When does fast become too fast? When it comes to autos, just about all cars accelerate faster these days than they did back in the 1950s, when the American car was king. Of course they cost a whole lot more. In the personal computer business, though, products become both cheaper and faster. No model today, whether Mac or Windows box, can be regarded, on raw specs alone, as slow.
But it’s also a fact that the original Macintosh managed to run a word processor and a drawing program within a very small RAM footprint. Today, Microsoft Word can bog down on computers with processors that are hundreds of times faster, with enough RAM to match. But Word isn’t the only chronic offender. Apple’s new combo word processor and page layout program, Pages, has system requirements that are only slightly less resource hungry than Word. In the days of the first Mac, it would take a large room to contain that amount of computing power. So what is Microsoft’s target market? Or Apple’s for that matter.
On the other hand, any Mac you buy these days can, when properly outfitted, run quite a huge range of software with great performance. If you aren’t interested in heavy-duty gaming or 3D content creation, in fact, the Mac mini would do the job nicely, although you might still want to outfit it with more RAM.
Just yesterday, Apple announced a PowerBook speed bump. On the surface, increasing the maximum processor rating from 1.5GHz to 1.67GHz may not seem a lot. But at the same time, Apple is installing speedier hard drives and more powerful graphic chips, so the net result of the sum of the parts is quite decent, thank you. Of course, not everyone sees it that way. Ars technica, a site that caters largely to power users, isn’t impressed. Their response: “Wake us up when the PowerBook G5 arrives.”
To them, anything less is a great disappointment, and “the PowerBook line is in need of something more substantive at this point.” The implication, of course, is that Apple has continued to disappoint its customers by not producing something better. And how does ars technica propose to solve that problem? Clearly their only answer is the G5, and Apple better get cracking.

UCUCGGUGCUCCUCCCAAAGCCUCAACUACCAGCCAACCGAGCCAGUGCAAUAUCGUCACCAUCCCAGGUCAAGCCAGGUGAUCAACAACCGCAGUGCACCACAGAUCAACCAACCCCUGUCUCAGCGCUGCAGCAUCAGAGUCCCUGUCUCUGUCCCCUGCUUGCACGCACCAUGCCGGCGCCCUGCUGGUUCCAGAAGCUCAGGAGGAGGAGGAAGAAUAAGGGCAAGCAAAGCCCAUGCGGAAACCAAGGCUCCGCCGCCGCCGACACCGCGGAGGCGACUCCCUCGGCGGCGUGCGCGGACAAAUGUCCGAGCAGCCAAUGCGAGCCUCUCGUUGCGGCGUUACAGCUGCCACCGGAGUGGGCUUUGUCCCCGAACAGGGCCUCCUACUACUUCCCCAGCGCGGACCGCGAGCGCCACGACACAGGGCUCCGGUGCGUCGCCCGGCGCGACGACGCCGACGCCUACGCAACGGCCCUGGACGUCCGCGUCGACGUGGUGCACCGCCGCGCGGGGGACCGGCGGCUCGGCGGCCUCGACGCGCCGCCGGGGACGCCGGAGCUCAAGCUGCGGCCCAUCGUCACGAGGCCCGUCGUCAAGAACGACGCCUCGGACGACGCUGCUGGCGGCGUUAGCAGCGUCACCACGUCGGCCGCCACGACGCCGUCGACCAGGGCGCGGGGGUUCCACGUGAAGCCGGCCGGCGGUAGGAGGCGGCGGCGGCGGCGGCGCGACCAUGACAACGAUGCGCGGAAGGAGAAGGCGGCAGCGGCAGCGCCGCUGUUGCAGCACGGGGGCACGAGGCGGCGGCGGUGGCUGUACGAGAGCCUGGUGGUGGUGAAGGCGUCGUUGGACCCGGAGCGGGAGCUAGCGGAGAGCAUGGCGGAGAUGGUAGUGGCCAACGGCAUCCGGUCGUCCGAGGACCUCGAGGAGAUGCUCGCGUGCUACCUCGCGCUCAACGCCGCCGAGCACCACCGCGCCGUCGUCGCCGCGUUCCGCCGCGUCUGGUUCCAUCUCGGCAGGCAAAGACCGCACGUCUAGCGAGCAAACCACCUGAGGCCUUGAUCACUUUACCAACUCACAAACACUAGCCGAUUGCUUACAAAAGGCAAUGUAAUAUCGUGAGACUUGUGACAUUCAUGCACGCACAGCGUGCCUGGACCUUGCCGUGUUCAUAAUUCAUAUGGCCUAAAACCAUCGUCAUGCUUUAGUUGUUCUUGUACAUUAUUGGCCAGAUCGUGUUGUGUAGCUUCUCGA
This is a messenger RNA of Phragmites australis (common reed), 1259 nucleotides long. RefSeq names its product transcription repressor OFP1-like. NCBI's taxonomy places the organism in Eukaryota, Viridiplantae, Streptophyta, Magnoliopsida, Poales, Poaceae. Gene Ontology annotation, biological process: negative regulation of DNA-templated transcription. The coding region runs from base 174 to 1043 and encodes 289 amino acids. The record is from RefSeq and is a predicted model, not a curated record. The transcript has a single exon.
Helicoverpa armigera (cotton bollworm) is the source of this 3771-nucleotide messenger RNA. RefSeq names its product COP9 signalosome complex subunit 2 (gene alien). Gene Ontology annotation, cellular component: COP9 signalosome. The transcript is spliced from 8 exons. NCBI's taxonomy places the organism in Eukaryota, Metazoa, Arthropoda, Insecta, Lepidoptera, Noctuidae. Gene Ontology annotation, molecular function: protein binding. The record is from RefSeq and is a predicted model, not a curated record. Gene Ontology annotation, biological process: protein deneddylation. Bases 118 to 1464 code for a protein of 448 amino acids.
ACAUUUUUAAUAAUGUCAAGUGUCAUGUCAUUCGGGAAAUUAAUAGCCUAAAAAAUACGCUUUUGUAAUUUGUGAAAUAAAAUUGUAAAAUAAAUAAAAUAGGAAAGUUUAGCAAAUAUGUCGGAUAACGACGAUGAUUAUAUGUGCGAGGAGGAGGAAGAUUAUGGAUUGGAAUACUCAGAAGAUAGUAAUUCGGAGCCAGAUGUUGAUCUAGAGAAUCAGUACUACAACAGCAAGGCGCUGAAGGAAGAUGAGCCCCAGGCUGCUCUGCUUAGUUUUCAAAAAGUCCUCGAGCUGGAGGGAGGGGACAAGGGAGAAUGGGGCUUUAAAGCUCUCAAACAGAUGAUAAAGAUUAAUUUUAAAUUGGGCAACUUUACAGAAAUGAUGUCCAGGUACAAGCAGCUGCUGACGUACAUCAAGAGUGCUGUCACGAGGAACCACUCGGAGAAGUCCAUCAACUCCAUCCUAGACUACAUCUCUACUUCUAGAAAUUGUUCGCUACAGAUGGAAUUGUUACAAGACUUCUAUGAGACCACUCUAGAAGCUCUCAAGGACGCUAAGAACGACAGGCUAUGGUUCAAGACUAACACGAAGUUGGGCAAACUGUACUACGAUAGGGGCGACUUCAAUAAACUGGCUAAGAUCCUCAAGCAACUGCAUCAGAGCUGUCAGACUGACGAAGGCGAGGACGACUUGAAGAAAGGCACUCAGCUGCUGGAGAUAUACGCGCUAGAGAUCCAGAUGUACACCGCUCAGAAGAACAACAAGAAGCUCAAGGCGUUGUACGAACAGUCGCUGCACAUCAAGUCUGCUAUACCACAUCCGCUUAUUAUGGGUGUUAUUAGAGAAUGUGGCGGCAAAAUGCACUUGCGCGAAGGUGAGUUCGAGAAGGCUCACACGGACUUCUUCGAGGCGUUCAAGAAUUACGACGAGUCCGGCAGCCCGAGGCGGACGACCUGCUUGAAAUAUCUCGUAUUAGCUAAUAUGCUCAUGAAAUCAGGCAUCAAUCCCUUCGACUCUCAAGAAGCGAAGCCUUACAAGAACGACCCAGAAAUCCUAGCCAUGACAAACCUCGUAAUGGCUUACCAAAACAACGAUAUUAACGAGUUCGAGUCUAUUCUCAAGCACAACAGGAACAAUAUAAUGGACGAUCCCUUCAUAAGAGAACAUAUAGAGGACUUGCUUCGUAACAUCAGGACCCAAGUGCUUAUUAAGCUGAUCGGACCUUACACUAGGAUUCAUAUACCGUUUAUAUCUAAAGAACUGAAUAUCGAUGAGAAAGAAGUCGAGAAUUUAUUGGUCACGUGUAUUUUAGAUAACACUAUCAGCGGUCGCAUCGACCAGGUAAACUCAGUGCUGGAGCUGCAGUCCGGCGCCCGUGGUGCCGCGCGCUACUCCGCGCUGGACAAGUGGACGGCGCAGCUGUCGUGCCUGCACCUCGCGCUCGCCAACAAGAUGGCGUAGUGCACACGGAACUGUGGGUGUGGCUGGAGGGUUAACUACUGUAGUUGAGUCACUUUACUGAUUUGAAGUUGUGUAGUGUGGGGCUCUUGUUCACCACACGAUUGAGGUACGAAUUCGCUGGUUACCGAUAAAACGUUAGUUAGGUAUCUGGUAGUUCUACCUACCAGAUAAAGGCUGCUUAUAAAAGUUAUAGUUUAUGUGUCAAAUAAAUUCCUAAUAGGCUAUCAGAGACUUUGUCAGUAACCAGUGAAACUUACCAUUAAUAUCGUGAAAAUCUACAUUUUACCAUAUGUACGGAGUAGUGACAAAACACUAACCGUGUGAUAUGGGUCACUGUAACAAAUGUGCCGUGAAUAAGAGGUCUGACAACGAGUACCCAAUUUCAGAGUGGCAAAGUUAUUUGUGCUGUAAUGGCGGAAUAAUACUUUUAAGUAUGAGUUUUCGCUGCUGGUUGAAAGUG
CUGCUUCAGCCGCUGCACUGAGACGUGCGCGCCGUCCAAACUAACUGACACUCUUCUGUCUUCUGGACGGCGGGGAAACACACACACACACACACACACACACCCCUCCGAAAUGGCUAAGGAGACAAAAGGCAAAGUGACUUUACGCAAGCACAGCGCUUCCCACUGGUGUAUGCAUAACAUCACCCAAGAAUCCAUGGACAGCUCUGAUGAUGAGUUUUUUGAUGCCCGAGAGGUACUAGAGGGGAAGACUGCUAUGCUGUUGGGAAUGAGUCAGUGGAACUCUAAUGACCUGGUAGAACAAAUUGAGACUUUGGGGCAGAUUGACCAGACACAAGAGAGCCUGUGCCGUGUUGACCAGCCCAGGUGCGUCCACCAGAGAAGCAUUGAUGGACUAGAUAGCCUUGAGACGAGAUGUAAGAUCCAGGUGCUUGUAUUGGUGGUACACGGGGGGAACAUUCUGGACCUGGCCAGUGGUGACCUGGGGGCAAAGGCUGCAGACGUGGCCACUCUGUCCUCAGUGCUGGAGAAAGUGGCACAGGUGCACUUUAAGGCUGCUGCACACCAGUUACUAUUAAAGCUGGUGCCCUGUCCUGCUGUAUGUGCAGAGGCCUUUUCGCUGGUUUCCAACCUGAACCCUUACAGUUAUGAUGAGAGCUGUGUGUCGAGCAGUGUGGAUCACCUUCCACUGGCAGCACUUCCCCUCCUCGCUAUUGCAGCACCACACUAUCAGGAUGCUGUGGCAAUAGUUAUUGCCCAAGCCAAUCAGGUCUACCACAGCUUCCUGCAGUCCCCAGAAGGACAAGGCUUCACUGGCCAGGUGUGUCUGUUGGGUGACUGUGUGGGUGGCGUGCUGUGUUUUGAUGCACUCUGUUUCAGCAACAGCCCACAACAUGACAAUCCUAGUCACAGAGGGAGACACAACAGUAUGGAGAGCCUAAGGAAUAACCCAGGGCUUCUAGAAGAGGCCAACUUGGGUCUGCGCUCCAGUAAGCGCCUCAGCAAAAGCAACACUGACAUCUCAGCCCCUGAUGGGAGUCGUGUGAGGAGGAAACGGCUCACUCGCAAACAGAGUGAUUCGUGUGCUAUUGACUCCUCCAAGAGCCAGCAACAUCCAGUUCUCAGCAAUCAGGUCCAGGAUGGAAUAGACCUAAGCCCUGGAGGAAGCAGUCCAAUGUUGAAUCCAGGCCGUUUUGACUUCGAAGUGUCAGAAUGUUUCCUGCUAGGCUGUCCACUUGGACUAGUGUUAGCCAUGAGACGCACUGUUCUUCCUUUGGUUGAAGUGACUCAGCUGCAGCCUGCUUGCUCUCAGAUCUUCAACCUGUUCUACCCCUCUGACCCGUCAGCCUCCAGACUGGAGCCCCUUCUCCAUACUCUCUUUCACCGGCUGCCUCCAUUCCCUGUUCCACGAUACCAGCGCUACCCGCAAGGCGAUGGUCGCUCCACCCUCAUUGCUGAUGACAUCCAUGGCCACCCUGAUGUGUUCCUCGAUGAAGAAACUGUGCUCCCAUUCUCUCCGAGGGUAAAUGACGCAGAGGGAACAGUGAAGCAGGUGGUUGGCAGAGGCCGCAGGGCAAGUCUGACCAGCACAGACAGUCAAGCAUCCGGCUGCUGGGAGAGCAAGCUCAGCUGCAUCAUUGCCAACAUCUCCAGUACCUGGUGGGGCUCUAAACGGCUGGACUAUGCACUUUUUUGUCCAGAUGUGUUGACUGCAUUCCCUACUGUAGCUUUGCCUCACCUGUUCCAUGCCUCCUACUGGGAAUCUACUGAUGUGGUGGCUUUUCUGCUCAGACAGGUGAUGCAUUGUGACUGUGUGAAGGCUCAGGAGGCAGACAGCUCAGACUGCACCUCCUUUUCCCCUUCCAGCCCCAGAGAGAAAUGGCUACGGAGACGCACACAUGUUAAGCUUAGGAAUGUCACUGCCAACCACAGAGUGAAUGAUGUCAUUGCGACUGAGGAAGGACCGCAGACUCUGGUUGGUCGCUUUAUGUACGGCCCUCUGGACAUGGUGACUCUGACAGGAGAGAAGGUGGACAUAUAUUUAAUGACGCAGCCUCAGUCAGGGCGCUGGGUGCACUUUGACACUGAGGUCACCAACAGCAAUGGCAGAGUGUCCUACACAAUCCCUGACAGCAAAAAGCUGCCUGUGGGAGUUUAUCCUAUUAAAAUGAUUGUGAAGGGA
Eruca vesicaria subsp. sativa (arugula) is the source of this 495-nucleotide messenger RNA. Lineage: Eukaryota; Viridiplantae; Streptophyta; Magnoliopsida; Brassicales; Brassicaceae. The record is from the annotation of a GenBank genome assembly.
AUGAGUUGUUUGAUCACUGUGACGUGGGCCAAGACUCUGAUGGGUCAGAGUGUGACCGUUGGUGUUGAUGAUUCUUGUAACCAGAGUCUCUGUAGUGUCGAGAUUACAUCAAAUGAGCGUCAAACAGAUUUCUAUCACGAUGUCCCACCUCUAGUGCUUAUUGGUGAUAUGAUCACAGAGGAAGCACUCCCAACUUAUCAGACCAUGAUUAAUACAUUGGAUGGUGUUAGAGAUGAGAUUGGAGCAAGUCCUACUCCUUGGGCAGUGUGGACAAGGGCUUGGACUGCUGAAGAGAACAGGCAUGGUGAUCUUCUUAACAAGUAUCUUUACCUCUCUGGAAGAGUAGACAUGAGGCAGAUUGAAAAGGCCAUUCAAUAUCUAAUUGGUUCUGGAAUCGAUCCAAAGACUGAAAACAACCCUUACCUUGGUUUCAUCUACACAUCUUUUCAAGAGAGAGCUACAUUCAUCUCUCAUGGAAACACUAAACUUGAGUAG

At the same time, Apple executives have called the problem of putting a G5 in a laptop “the mother of all thermal challenges,” and continue to pour cold water on the prospects of seeing such a product any time soon. So what is Apple to do about it? Work faster? There is little doubt that there will be a PowerBook G5 some day. When is anyone’s guess.
So it hardly makes sense to take the elitist view that Apple is doing something wrong in not being able to deliver the product any earlier. It’s not as if it were being withheld for some unknown reason. I’m sure Apple would rather build a laptop that is not just fast, but reliable and relatively cool running. Something akin to the existing form factor would be retained, which simply makes cooling the thing harder to accomplish. A big, bulky laptop with the innards of the iMac G5 could probably be released within a short time frame, and I bet there will be a decent amount of sales, but it would probably weigh nine or ten pounds, same as those oversized Wintel note-books. That’s not Apple’s style.
Besides, how much more performance can you realistically expect if the 1.67GHz G4 was replaced by a G5 with a similar speed rating? Assume the graphics chips and hard drives are the same. The G5 surely benefits from a much faster front-side bus, 64-bit processing and all the rest. But most of you wouldn’t notice all that much of a difference, unless you are performing tasks that require that extra processor horsepower. This may sound heretical in some quarters, but it’s quite true, and you can demonstrate it for yourself simply by comparing the fastest G4 Mac with a G5. From startup speed to word processing and Internet surfing, the G5’s advantage will usually be a matter of a few seconds. Not a big deal in the scheme of things, but certainly you would have greater bragging rights.
Obviously, if you do indeed require the fastest possible computer for your work, using software that can exploit the advantages of a G5, it would made a difference, perhaps a significant difference in some ways.
Now maybe some people want Steve Jobs to deliver that PowerBook G5 today, and personally deliver the first products off the production line to them. I’m sure that, as ars technica says, “many potential buyers are waiting for a G5 laptop.” Assuming the price of admission is in line with existing models, and I’m sure it will, and it retains a similar slim form factor and relatively light weight, the number of preorders would be tremendous.
In the first few months, at least, Apple will sell as many as it can produce. Now if any of those power users have some suggestions to offer Apple on how to tame the G5 for laptop use, I’m sure the company would want to know about it. Maybe those brilliant engineers ought to apply for jobs. I’m sure Apple will always welcome talented people, and pay a salary commensurate with their abilities.
Now maybe I’m being a little facetious here. But it’s clear you won’t see a PowerBook G5 any faster because some people demand it.
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